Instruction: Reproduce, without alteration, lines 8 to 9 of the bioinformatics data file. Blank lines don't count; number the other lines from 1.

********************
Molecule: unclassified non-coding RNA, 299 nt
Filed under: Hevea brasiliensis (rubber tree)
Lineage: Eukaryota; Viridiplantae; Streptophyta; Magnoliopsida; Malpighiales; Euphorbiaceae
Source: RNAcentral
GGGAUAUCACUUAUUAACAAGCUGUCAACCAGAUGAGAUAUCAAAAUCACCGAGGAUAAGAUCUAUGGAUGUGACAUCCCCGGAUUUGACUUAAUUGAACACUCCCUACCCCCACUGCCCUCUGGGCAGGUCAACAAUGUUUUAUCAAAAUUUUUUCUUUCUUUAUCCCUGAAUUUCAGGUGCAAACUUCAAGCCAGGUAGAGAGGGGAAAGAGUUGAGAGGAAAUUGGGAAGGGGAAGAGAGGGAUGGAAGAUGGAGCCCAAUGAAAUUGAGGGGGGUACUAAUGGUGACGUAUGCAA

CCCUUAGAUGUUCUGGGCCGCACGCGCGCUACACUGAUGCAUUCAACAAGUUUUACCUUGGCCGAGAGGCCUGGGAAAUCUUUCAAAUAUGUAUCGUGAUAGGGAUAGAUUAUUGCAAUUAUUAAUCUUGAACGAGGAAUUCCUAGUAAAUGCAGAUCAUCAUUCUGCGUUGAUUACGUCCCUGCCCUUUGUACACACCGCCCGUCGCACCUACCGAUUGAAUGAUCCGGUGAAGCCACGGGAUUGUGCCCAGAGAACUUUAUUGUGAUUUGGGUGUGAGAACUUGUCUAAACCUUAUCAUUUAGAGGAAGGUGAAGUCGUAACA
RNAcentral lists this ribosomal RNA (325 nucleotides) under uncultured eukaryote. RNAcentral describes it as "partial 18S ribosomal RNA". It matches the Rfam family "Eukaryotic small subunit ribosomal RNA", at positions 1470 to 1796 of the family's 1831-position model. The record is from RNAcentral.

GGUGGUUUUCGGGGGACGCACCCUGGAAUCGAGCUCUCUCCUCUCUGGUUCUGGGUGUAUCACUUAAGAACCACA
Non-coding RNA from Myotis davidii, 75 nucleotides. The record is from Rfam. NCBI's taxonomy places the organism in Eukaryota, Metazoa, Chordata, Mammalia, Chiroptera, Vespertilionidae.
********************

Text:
GGUGGUUUUCGGGGGACGCACCCUGGAAUCGAGCUCUCUCCUCUCUGGUUCUGGGUGUAUCACUUAAGAACCACA
Non-coding RNA from Myotis davidii, 75 nucleotides. The record is from Rfam. NCBI's taxonomy places the organism in Eukaryota, Metazoa, Chordata, Mammalia, Chiroptera, Vespertilionidae.